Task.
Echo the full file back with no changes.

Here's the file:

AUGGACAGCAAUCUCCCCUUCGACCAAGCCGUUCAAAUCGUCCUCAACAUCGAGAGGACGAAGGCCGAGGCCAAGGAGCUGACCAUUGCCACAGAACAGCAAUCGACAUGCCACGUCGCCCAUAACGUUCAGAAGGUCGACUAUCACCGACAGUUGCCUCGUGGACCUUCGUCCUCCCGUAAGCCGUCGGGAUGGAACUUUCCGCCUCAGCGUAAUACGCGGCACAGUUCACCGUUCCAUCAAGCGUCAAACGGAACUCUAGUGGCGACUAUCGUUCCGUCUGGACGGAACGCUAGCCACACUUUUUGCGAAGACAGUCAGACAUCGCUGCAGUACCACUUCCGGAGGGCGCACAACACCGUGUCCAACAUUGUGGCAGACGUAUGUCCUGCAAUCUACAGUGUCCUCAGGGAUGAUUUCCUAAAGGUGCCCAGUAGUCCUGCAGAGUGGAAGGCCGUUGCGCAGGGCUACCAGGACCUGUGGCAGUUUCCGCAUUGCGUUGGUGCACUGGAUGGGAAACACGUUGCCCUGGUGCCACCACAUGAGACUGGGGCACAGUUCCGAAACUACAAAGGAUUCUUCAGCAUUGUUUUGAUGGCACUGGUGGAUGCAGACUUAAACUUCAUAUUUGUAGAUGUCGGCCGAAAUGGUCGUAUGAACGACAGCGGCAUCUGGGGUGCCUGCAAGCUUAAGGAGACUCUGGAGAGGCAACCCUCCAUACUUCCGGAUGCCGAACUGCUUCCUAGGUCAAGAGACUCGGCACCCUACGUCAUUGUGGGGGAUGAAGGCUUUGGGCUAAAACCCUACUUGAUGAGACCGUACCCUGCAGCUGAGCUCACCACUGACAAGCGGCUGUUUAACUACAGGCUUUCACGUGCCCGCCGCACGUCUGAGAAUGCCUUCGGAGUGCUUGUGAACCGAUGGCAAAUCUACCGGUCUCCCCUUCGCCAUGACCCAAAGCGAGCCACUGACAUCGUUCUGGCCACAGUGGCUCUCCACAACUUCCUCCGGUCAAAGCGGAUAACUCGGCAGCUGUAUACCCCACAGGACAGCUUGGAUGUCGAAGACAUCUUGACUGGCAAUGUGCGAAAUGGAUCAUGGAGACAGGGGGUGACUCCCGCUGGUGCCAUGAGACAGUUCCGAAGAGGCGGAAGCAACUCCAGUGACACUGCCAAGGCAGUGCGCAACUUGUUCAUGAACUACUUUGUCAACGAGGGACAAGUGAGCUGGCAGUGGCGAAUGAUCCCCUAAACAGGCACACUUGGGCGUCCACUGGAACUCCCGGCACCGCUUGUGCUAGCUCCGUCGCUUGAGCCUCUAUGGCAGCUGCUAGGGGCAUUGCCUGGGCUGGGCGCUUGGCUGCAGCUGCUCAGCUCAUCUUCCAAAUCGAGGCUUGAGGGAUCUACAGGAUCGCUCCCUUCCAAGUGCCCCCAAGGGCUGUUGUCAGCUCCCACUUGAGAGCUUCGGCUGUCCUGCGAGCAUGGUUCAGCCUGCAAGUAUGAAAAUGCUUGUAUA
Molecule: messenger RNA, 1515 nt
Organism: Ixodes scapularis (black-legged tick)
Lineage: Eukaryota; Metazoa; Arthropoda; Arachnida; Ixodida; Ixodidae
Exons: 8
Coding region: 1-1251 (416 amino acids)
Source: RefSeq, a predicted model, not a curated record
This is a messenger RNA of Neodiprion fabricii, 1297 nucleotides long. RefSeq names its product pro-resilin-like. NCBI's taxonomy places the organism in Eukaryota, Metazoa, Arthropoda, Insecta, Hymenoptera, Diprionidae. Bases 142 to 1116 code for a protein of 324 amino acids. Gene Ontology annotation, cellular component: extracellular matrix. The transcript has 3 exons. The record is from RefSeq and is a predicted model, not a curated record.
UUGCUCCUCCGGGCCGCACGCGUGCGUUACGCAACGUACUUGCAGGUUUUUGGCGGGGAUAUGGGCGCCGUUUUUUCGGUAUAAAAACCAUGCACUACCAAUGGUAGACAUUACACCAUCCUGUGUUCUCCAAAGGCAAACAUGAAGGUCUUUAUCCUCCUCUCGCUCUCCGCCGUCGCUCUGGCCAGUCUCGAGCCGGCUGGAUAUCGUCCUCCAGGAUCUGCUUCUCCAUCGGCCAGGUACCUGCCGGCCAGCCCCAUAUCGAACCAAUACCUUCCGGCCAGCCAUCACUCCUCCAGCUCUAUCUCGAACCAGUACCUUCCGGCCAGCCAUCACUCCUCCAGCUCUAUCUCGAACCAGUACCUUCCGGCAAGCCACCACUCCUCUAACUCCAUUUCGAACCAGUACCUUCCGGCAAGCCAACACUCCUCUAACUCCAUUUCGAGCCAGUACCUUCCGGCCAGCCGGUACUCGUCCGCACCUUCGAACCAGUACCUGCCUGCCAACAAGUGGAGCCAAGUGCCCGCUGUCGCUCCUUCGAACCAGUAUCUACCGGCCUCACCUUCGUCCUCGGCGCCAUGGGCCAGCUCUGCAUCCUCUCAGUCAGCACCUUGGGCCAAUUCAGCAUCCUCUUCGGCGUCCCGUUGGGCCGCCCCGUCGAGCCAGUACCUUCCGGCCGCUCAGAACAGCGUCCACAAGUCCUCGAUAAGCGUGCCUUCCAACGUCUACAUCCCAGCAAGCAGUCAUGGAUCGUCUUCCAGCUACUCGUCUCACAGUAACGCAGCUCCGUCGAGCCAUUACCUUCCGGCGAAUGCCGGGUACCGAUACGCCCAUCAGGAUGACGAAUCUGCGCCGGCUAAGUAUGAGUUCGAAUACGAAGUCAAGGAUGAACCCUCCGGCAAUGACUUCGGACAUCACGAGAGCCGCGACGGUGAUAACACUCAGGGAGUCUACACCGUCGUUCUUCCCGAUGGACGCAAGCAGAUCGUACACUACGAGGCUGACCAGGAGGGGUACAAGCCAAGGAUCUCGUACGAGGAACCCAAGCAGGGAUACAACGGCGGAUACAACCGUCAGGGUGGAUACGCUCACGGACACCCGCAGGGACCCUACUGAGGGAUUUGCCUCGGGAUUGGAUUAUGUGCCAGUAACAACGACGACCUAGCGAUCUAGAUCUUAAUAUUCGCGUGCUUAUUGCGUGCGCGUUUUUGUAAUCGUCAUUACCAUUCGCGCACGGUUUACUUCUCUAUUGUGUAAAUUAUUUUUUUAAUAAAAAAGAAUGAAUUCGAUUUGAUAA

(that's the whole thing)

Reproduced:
AUGGACAGCAAUCUCCCCUUCGACCAAGCCGUUCAAAUCGUCCUCAACAUCGAGAGGACGAAGGCCGAGGCCAAGGAGCUGACCAUUGCCACAGAACAGCAAUCGACAUGCCACGUCGCCCAUAACGUUCAGAAGGUCGACUAUCACCGACAGUUGCCUCGUGGACCUUCGUCCUCCCGUAAGCCGUCGGGAUGGAACUUUCCGCCUCAGCGUAAUACGCGGCACAGUUCACCGUUCCAUCAAGCGUCAAACGGAACUCUAGUGGCGACUAUCGUUCCGUCUGGACGGAACGCUAGCCACACUUUUUGCGAAGACAGUCAGACAUCGCUGCAGUACCACUUCCGGAGGGCGCACAACACCGUGUCCAACAUUGUGGCAGACGUAUGUCCUGCAAUCUACAGUGUCCUCAGGGAUGAUUUCCUAAAGGUGCCCAGUAGUCCUGCAGAGUGGAAGGCCGUUGCGCAGGGCUACCAGGACCUGUGGCAGUUUCCGCAUUGCGUUGGUGCACUGGAUGGGAAACACGUUGCCCUGGUGCCACCACAUGAGACUGGGGCACAGUUCCGAAACUACAAAGGAUUCUUCAGCAUUGUUUUGAUGGCACUGGUGGAUGCAGACUUAAACUUCAUAUUUGUAGAUGUCGGCCGAAAUGGUCGUAUGAACGACAGCGGCAUCUGGGGUGCCUGCAAGCUUAAGGAGACUCUGGAGAGGCAACCCUCCAUACUUCCGGAUGCCGAACUGCUUCCUAGGUCAAGAGACUCGGCACCCUACGUCAUUGUGGGGGAUGAAGGCUUUGGGCUAAAACCCUACUUGAUGAGACCGUACCCUGCAGCUGAGCUCACCACUGACAAGCGGCUGUUUAACUACAGGCUUUCACGUGCCCGCCGCACGUCUGAGAAUGCCUUCGGAGUGCUUGUGAACCGAUGGCAAAUCUACCGGUCUCCCCUUCGCCAUGACCCAAAGCGAGCCACUGACAUCGUUCUGGCCACAGUGGCUCUCCACAACUUCCUCCGGUCAAAGCGGAUAACUCGGCAGCUGUAUACCCCACAGGACAGCUUGGAUGUCGAAGACAUCUUGACUGGCAAUGUGCGAAAUGGAUCAUGGAGACAGGGGGUGACUCCCGCUGGUGCCAUGAGACAGUUCCGAAGAGGCGGAAGCAACUCCAGUGACACUGCCAAGGCAGUGCGCAACUUGUUCAUGAACUACUUUGUCAACGAGGGACAAGUGAGCUGGCAGUGGCGAAUGAUCCCCUAAACAGGCACACUUGGGCGUCCACUGGAACUCCCGGCACCGCUUGUGCUAGCUCCGUCGCUUGAGCCUCUAUGGCAGCUGCUAGGGGCAUUGCCUGGGCUGGGCGCUUGGCUGCAGCUGCUCAGCUCAUCUUCCAAAUCGAGGCUUGAGGGAUCUACAGGAUCGCUCCCUUCCAAGUGCCCCCAAGGGCUGUUGUCAGCUCCCACUUGAGAGCUUCGGCUGUCCUGCGAGCAUGGUUCAGCCUGCAAGUAUGAAAAUGCUUGUAUA
Molecule: messenger RNA, 1515 nt
Organism: Ixodes scapularis (black-legged tick)
Lineage: Eukaryota; Metazoa; Arthropoda; Arachnida; Ixodida; Ixodidae
Exons: 8
Coding region: 1-1251 (416 amino acids)
Source: RefSeq, a predicted model, not a curated record
This is a messenger RNA of Neodiprion fabricii, 1297 nucleotides long. RefSeq names its product pro-resilin-like. NCBI's taxonomy places the organism in Eukaryota, Metazoa, Arthropoda, Insecta, Hymenoptera, Diprionidae. Bases 142 to 1116 code for a protein of 324 amino acids. Gene Ontology annotation, cellular component: extracellular matrix. The transcript has 3 exons. The record is from RefSeq and is a predicted model, not a curated record.
UUGCUCCUCCGGGCCGCACGCGUGCGUUACGCAACGUACUUGCAGGUUUUUGGCGGGGAUAUGGGCGCCGUUUUUUCGGUAUAAAAACCAUGCACUACCAAUGGUAGACAUUACACCAUCCUGUGUUCUCCAAAGGCAAACAUGAAGGUCUUUAUCCUCCUCUCGCUCUCCGCCGUCGCUCUGGCCAGUCUCGAGCCGGCUGGAUAUCGUCCUCCAGGAUCUGCUUCUCCAUCGGCCAGGUACCUGCCGGCCAGCCCCAUAUCGAACCAAUACCUUCCGGCCAGCCAUCACUCCUCCAGCUCUAUCUCGAACCAGUACCUUCCGGCCAGCCAUCACUCCUCCAGCUCUAUCUCGAACCAGUACCUUCCGGCAAGCCACCACUCCUCUAACUCCAUUUCGAACCAGUACCUUCCGGCAAGCCAACACUCCUCUAACUCCAUUUCGAGCCAGUACCUUCCGGCCAGCCGGUACUCGUCCGCACCUUCGAACCAGUACCUGCCUGCCAACAAGUGGAGCCAAGUGCCCGCUGUCGCUCCUUCGAACCAGUAUCUACCGGCCUCACCUUCGUCCUCGGCGCCAUGGGCCAGCUCUGCAUCCUCUCAGUCAGCACCUUGGGCCAAUUCAGCAUCCUCUUCGGCGUCCCGUUGGGCCGCCCCGUCGAGCCAGUACCUUCCGGCCGCUCAGAACAGCGUCCACAAGUCCUCGAUAAGCGUGCCUUCCAACGUCUACAUCCCAGCAAGCAGUCAUGGAUCGUCUUCCAGCUACUCGUCUCACAGUAACGCAGCUCCGUCGAGCCAUUACCUUCCGGCGAAUGCCGGGUACCGAUACGCCCAUCAGGAUGACGAAUCUGCGCCGGCUAAGUAUGAGUUCGAAUACGAAGUCAAGGAUGAACCCUCCGGCAAUGACUUCGGACAUCACGAGAGCCGCGACGGUGAUAACACUCAGGGAGUCUACACCGUCGUUCUUCCCGAUGGACGCAAGCAGAUCGUACACUACGAGGCUGACCAGGAGGGGUACAAGCCAAGGAUCUCGUACGAGGAACCCAAGCAGGGAUACAACGGCGGAUACAACCGUCAGGGUGGAUACGCUCACGGACACCCGCAGGGACCCUACUGAGGGAUUUGCCUCGGGAUUGGAUUAUGUGCCAGUAACAACGACGACCUAGCGAUCUAGAUCUUAAUAUUCGCGUGCUUAUUGCGUGCGCGUUUUUGUAAUCGUCAUUACCAUUCGCGCACGGUUUACUUCUCUAUUGUGUAAAUUAUUUUUUUAAUAAAAAAGAAUGAAUUCGAUUUGAUAA